But the honorable members from Tennessee and Ohio, (par nobile fratrum .) have not been the only contributors to this most amiable, consistent, and harmonious testimony in regard to my public conduct and character. An honorable colleague from Massachusetts (Mr. Allen) has cast in his mite, also, both by prompting others at his elbow, and by the manlier method of direct accusation. He, too, has charged me with having arranged certain committees, with the deliberate purpose of preventing the action which northern men demanded. And more recently, again, an honorable member from Virginia, (Mr. Morton,) in a speech which, I take pleasure in saying, was characterized by entire courtesy, if not by entire justice, has told the House and his constituents that he voted against me as Speaker, because " he believed me to be in favor of the Wilmot Proviso; because he believed me to be in favor of the abolition of slavery in the District of Columbia ; and because my name was found in a minority of forty-five against the admission of Florida as a slave State."

Sir, if my name were a little less humble than I feel it this day to be, - if I were not conscious how small a claim it has to be classed among the great names even of our own age and country, much more of the world, I should be tempted to console myself under these conflicting accusations with those noble lines of Milton, which, as it is, I cannot but remember:

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But indeed, Mr. Chairman, I need no consolation. These contradictory charges are the natural consequence of the very position which I have sought to occupy, — of the very position which I glory this day in occupying, - and from which no provocations and no reproaches can ever drive me.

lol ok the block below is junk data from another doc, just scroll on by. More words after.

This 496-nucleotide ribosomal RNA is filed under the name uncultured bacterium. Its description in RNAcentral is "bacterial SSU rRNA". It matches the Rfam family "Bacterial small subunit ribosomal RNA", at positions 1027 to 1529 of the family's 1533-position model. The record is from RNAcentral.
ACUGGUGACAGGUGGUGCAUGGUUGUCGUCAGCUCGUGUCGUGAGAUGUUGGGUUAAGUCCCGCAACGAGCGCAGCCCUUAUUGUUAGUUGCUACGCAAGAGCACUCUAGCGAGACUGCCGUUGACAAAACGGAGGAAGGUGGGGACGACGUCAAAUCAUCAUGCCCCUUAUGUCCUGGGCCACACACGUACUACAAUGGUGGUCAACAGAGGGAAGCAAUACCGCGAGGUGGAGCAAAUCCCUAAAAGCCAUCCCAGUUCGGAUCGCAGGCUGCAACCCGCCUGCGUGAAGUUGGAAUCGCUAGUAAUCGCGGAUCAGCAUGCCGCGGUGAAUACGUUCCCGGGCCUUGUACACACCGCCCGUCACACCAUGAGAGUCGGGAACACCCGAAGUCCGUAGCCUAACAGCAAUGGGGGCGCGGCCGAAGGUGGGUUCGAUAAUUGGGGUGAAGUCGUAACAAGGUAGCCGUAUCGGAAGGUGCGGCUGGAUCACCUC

Sir, when I was first a candidate for Congress, now some ten winters gone, I told the Abolitionists of my district, in reply to their interrogatories, that, while I agreed with them in most of their abstract principles, and was ready to carry them out, in any just, practicable, and constitutional manner; yet, if I were elected to this House, I should not regard it as any peculiar part of my duty to agitate the subject of slavery. I have adhered to that declaration. I have been no agitator. I have sympathized with no fanatics. I have defended the rights and interests and principles of the North, to the best of my ability, wherever and whenever I have found them assailed; but I have enlisted in no crusade upon the institutions of the South. I have eschewed and abhorred ultraism at both ends of the Union. “ A plague o' both your houses," has been my constant ejaculation; and it is altogether natural, therefore, that both their houses should cry a plague on me! I would not have it otherwise. I covet their opposition. I dote on their dislike. I desire no other testimony to the general propriety of my own course than their reproaches. I thank my God that he has endowed me, if with no other gifts, with a spirit of moderation, which incapacitates me for giving satisfaction to ultraists any. where and on any subject. If they were to speak well of me, I should be compelled to exclaim, like one of old, “What bad thing have I done, that such men praise me?"

The only thing which I have to regret, Mr. Chairman, is, that these various charges could not have been made against me in one and the same debate, and on one and the same day. They would then have effectually answered each other. They would then have fairly shamed each other out of court, and I should